The state Charter School Commission released a series of reports Monday indicating that only six of 19 charter school applications statewide — including two in Tacoma — were deemed ready to roll in the next year or two.
The six applications that earned positive reports from expert teams hired by the commission include two from experienced California charter operators that want to launch charter schools in Tacoma in fall 2015.
Two other Tacoma-area applicants did not win endorsements.
Applications recommended for approval include Summit Public Schools, which currently operates six charter schools in the San Francisco Bay area. Summit submitted two applications to open two charter high schools, one in Seattle and another in Tacoma. Both got a thumbs-up from the review panel.
An expert panel also recommended approval for Los-Angeles-based Green Dot Public Schools, which runs 14 high schools and five middle schools. Green Dot wants to open a middle school in Tacoma.
The expert panels looked at educational, financial, management and governance plans laid out by each applicant.
The state commission is scheduled to meet Thursday in Seattle to weigh the merits of each application and make its final recommendations for approval.
Commission Chairman Steve Sundquist said in a news release that Monday’s recommendations “do not necessarily reflect which charter operators will be approved.”
The commission’s Thursday recommendations will be reviewed by the state Board of Education to ensure that applicants are in complete compliance with applicable regulations.
No more than eight of the independent publicly funded schools can open in a given year. The law permits a total of 40 charter schools statewide over five years.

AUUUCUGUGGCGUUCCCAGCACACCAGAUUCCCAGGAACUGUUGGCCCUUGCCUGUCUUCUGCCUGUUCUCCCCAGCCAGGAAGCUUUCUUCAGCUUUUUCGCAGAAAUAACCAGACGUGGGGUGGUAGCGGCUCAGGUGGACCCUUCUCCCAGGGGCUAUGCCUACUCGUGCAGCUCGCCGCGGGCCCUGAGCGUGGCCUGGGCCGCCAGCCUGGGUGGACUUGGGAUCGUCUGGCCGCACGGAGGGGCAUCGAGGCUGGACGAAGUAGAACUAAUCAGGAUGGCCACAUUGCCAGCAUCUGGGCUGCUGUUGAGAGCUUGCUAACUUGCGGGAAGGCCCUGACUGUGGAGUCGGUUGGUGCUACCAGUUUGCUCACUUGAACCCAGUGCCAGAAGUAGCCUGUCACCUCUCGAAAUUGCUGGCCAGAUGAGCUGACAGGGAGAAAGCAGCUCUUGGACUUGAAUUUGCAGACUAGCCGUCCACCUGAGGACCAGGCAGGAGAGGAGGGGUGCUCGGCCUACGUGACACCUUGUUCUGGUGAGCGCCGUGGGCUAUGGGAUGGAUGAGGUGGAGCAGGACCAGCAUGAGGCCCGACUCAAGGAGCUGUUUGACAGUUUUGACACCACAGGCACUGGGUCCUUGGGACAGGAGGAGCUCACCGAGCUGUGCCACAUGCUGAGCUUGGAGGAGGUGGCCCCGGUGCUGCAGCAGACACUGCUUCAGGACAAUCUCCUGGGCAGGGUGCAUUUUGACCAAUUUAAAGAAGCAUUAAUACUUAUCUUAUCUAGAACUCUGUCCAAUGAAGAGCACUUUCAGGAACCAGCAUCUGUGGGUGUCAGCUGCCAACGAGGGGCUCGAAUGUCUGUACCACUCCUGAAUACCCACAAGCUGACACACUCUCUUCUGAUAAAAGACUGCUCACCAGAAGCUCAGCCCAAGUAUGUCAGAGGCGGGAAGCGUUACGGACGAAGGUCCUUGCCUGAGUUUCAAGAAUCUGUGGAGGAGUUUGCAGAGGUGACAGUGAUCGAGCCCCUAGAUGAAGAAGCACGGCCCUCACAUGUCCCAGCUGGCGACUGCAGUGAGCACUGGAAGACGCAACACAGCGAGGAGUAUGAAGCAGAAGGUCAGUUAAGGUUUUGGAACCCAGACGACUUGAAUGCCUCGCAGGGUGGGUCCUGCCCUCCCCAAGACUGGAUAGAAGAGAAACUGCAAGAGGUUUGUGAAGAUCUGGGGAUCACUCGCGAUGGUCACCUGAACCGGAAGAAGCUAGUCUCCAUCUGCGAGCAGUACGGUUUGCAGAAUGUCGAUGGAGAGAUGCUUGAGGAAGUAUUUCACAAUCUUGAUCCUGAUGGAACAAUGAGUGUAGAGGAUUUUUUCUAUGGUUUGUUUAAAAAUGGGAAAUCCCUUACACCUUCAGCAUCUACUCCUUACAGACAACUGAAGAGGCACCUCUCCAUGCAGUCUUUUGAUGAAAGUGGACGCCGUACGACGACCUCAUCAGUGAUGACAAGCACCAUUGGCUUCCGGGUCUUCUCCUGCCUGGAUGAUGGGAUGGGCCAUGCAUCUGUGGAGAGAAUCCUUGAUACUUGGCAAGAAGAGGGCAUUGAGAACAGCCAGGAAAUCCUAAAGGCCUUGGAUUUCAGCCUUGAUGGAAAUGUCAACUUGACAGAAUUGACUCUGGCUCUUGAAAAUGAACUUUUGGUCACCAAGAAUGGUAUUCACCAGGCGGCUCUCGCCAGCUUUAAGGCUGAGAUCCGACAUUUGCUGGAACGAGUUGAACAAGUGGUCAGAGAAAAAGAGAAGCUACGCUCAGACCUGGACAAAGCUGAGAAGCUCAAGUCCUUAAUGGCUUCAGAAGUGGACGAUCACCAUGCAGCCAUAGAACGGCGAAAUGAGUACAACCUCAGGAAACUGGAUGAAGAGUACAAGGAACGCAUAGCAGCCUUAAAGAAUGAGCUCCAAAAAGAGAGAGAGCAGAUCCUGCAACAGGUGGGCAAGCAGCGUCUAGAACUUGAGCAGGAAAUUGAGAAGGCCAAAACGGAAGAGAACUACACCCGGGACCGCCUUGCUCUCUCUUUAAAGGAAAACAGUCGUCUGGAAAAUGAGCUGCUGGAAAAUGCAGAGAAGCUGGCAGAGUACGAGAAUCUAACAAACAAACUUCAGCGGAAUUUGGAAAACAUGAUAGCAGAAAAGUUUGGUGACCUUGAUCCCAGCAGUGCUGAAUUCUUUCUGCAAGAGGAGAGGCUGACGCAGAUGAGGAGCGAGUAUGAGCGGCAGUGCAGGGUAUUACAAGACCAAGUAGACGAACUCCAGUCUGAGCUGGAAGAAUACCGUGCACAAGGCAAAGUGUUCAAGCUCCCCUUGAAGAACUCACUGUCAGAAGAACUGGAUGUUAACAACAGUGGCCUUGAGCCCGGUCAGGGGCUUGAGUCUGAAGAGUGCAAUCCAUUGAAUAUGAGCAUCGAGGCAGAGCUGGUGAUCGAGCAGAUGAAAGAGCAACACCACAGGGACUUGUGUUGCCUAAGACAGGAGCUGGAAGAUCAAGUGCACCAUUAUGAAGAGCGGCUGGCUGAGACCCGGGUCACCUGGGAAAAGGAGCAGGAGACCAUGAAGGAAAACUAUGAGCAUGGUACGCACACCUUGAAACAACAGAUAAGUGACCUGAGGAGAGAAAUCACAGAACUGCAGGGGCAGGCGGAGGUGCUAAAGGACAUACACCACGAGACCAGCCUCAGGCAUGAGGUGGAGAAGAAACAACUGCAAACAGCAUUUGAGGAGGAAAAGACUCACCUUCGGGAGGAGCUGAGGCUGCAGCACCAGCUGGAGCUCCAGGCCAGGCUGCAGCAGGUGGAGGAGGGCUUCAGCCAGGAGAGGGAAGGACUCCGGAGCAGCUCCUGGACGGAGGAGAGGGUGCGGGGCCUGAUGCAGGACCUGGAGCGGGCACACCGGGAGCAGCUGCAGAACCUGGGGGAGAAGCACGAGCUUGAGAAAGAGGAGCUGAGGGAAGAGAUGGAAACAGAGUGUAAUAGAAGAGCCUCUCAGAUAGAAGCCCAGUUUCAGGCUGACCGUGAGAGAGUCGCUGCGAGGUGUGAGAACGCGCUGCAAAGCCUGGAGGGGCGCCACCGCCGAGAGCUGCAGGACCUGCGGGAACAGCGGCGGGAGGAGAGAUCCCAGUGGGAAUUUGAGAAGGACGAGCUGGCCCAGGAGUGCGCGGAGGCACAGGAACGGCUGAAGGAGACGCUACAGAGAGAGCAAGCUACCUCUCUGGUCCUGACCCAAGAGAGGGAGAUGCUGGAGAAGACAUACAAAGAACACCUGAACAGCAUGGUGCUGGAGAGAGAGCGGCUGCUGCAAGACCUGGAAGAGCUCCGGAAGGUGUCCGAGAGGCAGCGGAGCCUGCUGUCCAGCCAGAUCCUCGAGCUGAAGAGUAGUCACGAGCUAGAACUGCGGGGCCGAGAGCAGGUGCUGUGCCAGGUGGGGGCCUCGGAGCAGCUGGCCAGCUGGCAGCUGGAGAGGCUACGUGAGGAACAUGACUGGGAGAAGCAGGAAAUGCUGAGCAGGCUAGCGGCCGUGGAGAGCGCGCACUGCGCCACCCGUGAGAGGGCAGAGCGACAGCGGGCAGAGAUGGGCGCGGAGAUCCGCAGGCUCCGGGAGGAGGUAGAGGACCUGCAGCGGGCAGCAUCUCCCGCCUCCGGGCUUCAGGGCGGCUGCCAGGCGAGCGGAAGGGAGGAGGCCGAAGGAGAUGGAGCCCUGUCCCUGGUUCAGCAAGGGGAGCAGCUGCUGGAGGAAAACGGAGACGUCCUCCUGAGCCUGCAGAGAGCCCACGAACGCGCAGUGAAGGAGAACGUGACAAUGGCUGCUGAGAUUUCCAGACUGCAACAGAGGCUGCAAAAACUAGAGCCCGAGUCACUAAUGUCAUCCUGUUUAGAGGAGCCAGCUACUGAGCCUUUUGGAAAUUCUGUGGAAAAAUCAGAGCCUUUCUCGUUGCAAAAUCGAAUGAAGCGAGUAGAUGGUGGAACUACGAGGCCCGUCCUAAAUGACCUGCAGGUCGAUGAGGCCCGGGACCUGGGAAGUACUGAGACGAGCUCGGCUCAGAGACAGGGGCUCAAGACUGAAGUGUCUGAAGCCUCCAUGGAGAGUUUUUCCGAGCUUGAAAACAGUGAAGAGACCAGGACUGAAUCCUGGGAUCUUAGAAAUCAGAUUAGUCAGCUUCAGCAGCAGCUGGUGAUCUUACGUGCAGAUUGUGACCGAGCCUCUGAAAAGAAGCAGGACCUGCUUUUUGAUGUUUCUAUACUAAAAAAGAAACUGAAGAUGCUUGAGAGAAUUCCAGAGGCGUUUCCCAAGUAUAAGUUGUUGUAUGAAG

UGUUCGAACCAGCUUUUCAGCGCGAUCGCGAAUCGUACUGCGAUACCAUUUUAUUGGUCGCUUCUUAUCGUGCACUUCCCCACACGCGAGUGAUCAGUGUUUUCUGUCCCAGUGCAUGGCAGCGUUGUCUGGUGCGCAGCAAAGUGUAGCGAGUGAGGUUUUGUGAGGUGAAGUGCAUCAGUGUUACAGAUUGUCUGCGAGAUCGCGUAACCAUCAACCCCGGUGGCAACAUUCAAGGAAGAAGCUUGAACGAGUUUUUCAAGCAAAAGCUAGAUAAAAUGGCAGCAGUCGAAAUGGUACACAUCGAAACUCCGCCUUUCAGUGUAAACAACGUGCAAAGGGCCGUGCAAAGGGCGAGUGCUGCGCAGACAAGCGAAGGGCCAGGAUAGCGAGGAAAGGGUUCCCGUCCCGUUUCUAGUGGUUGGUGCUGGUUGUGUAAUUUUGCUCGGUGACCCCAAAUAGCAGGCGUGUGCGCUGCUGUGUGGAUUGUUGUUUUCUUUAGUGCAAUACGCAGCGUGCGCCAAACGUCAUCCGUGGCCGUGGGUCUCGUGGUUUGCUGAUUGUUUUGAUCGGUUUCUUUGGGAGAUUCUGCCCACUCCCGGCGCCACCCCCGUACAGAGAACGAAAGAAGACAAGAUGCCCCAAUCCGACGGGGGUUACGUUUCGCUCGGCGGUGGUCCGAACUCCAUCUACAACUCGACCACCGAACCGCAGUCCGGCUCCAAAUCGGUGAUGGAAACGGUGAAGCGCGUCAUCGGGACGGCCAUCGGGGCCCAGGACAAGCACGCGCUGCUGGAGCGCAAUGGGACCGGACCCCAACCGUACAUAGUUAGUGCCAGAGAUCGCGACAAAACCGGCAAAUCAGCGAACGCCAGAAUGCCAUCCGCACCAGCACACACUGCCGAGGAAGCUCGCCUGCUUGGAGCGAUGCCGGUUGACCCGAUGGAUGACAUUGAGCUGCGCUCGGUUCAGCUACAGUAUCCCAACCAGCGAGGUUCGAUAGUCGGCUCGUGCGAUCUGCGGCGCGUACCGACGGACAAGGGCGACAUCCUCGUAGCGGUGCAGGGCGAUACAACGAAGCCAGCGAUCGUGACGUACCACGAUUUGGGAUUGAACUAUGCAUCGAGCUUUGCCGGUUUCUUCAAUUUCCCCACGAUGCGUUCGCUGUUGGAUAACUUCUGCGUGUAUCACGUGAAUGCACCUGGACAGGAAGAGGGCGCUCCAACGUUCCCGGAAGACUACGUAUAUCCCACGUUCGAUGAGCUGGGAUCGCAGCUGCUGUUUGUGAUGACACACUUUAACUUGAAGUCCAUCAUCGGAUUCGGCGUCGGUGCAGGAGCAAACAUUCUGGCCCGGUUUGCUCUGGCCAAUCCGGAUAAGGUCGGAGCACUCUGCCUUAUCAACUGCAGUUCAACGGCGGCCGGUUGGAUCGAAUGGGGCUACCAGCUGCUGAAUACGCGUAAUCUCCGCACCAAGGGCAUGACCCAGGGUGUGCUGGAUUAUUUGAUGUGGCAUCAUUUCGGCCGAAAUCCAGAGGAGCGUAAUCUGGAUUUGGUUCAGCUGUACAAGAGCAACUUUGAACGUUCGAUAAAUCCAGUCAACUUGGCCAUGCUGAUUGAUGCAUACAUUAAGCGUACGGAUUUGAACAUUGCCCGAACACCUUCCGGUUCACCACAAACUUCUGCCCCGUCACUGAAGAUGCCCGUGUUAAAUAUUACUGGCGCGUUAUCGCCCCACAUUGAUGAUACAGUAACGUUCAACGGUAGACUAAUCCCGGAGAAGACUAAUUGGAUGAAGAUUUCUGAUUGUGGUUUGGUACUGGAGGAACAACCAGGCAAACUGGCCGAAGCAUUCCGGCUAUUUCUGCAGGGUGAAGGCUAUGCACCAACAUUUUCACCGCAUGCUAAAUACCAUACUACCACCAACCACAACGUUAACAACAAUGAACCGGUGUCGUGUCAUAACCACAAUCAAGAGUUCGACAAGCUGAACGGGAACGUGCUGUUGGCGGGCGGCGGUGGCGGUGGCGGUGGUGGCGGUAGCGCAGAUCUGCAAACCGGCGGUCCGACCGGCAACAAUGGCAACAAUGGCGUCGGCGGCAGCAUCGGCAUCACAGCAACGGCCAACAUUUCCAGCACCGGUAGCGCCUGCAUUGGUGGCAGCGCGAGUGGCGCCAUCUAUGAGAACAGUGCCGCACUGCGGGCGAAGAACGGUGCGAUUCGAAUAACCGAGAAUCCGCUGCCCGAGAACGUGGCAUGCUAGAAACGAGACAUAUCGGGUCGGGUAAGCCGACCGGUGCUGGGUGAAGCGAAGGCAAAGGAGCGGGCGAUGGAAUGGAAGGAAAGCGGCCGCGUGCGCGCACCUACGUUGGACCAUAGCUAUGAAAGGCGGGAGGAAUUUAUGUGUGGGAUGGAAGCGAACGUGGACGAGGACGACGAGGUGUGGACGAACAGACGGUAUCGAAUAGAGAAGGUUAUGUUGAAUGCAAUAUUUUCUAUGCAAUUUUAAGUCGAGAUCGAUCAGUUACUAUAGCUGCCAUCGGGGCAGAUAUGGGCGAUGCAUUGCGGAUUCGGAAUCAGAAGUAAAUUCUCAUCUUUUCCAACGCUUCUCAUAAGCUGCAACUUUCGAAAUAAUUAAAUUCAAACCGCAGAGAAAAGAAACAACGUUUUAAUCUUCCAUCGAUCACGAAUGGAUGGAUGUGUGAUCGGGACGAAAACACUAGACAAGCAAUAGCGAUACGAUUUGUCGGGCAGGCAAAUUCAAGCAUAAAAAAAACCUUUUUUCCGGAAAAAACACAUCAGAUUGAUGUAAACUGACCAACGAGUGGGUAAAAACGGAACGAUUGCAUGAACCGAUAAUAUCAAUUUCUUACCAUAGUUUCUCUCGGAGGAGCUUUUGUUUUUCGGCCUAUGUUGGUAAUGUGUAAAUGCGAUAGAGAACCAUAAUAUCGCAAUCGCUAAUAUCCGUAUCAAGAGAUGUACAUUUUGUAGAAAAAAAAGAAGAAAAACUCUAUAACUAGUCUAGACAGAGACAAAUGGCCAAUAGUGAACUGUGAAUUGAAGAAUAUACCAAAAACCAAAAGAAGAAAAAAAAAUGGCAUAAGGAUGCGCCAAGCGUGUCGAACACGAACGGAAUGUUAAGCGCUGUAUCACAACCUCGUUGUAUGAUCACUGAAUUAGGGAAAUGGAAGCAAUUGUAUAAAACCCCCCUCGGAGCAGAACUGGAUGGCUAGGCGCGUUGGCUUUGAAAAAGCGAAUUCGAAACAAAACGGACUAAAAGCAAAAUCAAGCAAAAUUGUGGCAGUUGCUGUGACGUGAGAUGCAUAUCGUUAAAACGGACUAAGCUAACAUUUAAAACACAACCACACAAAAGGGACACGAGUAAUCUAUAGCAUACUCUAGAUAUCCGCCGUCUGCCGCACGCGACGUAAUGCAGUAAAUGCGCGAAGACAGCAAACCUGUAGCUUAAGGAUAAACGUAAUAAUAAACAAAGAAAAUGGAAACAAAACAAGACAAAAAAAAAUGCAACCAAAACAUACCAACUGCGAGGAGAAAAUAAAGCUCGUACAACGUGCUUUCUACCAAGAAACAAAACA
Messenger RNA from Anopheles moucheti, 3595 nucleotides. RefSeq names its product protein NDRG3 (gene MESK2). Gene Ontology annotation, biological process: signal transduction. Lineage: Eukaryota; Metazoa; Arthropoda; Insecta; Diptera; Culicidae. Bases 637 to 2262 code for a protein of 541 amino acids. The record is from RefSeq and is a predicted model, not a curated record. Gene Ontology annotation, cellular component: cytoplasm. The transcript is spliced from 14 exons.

Two other charter proposals from Washington state-based groups had also targeted Pierce County. Experts recommended that both be denied.
One, called The Village Academy, comes from a nonprofit organization called The Ducere Group. It was founded by Calyn Holdaway, a Gig Harbor military mom of special-needs kids who wants to start a school to serve both special-needs students and others. She said that the application process was rigorous and that the time frame to complete it was tight. But she said she plans to keep fine-tuning her plan and will resubmit it to the commission in June.
“We will not quit until we have a charter approval,” Holdaway said Monday.
The other Tacoma charter proposal that didn’t make the cut was called SOAR Academy. It came from a former Seattle school principal, Kristina Bellamy-McClain. She had been selected for a one-year fellowship by the Washington State Charter Schools Association, which offered guidance in the development of charter school applications. Bellamy-McClain was not available for comment Monday.debbie.cafazzo@ thenewstribune.com